You may have heard about projections showing that the Social Security Disability (SSD) trust fund is set to run dry by the end of 2016, potentially cutting benefits to millions of disabled Americans if a solution to this funding issue is not passed in time. However, there is another pressing issue that could also have the power to reduce your benefits. According to a recent analysis, nearly half of those receiving SSD benefits were overpaid, receiving an average of 3 percent more than they were entitled to collect, sometimes for years or even decades. With more and more legislators anxious to make names for themselves as tax reducers or waste eliminators, it's possible some of these benefits could be clawed back from recipients. What should you do if you're worried you've been overpaid? Can the Social Security Administration reduce your future checks? Read on to learn more about this process and what you should expect.
Why did these overpayments happen?
Most of these overpayments were discovered through routine audits and spot checks, and most related to the payment of benefits to those who were still working, or those who had died and whose family members had continued cashing their checks. To help prevent fraud and abuse of the program, the Social Security Administration (SSA) employs auditors to go through income tax records, death records, and sometimes even to observe recipients going about their daily lives. Although you're permitted to work (in a limited capacity) while receiving SSD benefits, one provision of your continued receipt of SSD must be that that you're too disabled to hold down any full-time job or to earn enough to support yourself.
If your income tax return shows that you've earned a relatively good income that year -- whether from working at home or in the office part-time -- your disability claim may be denied, and you could be required to pay back any payments made during a time when you weren't too disabled to work. This can also happen if it's determined that your prior income was over-reported to the SSA and your actual earnings record does not entitle you to the amount of SSD benefits you've been receiving.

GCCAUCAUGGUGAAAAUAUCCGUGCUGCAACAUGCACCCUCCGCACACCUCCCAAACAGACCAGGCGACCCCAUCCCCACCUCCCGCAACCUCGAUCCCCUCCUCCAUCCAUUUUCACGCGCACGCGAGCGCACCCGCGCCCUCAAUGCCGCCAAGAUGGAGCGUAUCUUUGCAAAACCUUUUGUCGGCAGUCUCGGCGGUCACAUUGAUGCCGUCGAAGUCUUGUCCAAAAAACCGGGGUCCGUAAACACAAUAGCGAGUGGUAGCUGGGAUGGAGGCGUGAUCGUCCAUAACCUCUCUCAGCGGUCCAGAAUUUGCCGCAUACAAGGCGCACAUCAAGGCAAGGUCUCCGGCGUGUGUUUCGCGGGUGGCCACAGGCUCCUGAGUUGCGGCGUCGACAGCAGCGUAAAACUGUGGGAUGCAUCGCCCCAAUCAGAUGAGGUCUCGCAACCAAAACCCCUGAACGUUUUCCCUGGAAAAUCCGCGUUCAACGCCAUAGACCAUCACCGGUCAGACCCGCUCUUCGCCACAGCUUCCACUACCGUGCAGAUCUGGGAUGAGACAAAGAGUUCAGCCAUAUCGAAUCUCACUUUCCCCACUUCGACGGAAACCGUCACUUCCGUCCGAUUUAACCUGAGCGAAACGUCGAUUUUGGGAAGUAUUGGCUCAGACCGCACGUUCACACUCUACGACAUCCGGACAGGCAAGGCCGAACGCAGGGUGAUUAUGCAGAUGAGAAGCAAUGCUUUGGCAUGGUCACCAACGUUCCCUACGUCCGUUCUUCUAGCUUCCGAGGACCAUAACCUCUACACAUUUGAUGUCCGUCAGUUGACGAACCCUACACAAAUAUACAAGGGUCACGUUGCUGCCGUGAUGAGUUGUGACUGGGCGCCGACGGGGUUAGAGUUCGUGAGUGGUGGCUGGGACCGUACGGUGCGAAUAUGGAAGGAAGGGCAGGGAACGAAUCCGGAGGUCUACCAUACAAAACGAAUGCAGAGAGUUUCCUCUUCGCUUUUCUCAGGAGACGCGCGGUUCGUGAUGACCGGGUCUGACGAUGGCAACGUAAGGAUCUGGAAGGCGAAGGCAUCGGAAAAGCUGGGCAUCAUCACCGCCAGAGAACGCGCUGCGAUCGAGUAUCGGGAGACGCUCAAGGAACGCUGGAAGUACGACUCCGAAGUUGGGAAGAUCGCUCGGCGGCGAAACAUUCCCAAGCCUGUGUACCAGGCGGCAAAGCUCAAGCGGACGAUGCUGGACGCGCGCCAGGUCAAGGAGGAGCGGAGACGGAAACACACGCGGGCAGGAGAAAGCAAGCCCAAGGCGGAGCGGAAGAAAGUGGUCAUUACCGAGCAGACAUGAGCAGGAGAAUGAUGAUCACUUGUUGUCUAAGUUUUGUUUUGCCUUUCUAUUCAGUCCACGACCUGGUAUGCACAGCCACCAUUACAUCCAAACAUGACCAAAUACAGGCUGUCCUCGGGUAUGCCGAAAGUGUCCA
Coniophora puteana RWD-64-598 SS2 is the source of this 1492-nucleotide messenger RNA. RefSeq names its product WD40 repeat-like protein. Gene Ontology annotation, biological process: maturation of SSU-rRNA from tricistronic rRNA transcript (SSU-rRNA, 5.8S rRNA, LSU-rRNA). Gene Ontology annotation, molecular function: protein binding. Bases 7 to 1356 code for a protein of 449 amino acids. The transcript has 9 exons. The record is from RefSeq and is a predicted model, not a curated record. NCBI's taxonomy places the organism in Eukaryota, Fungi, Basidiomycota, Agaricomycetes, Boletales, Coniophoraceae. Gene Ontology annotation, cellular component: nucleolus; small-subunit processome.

What does this mean for your continued SSD benefits?
If you're worried you were overpaid due to working while receiving benefits, you may want to seek legal advice. An attorney experienced in Social Security's complex laws and regulations can help determine whether you were actually overpaid, or if your employment fell within the SSA's guidelines. In some cases, you may have received a letter or other notification just as a preventive notice measure, without having actually been overpaid. Your attorney will handle all correspondence with the SSA and -- if it's clear that you've been overpaid -- may be able to come up with a compromise or payment plan that is less of a blow to your monthly budget. By making repayment of any excess funds over an extended period of time pursuant to a repayment plan, the impact on your monthly SSD checks should be minimal.
However, you don't need to worry that your next SSD check will automatically be smaller -- you'll receive plenty of written notification from the SSA throughout this process, and should have ample opportunity to respond to any claims long before there's a reduction to or interruption in your benefits. By being proactive and gathering the information you'll need to defend your claim before being contacted by the SSA, you can reduce the odds that you'll suffer any change in your monthly income, even if you have been overpaid in the past. You can click here for more info on how a social security attorney can help you if you have any questions or concerns about your disability payments.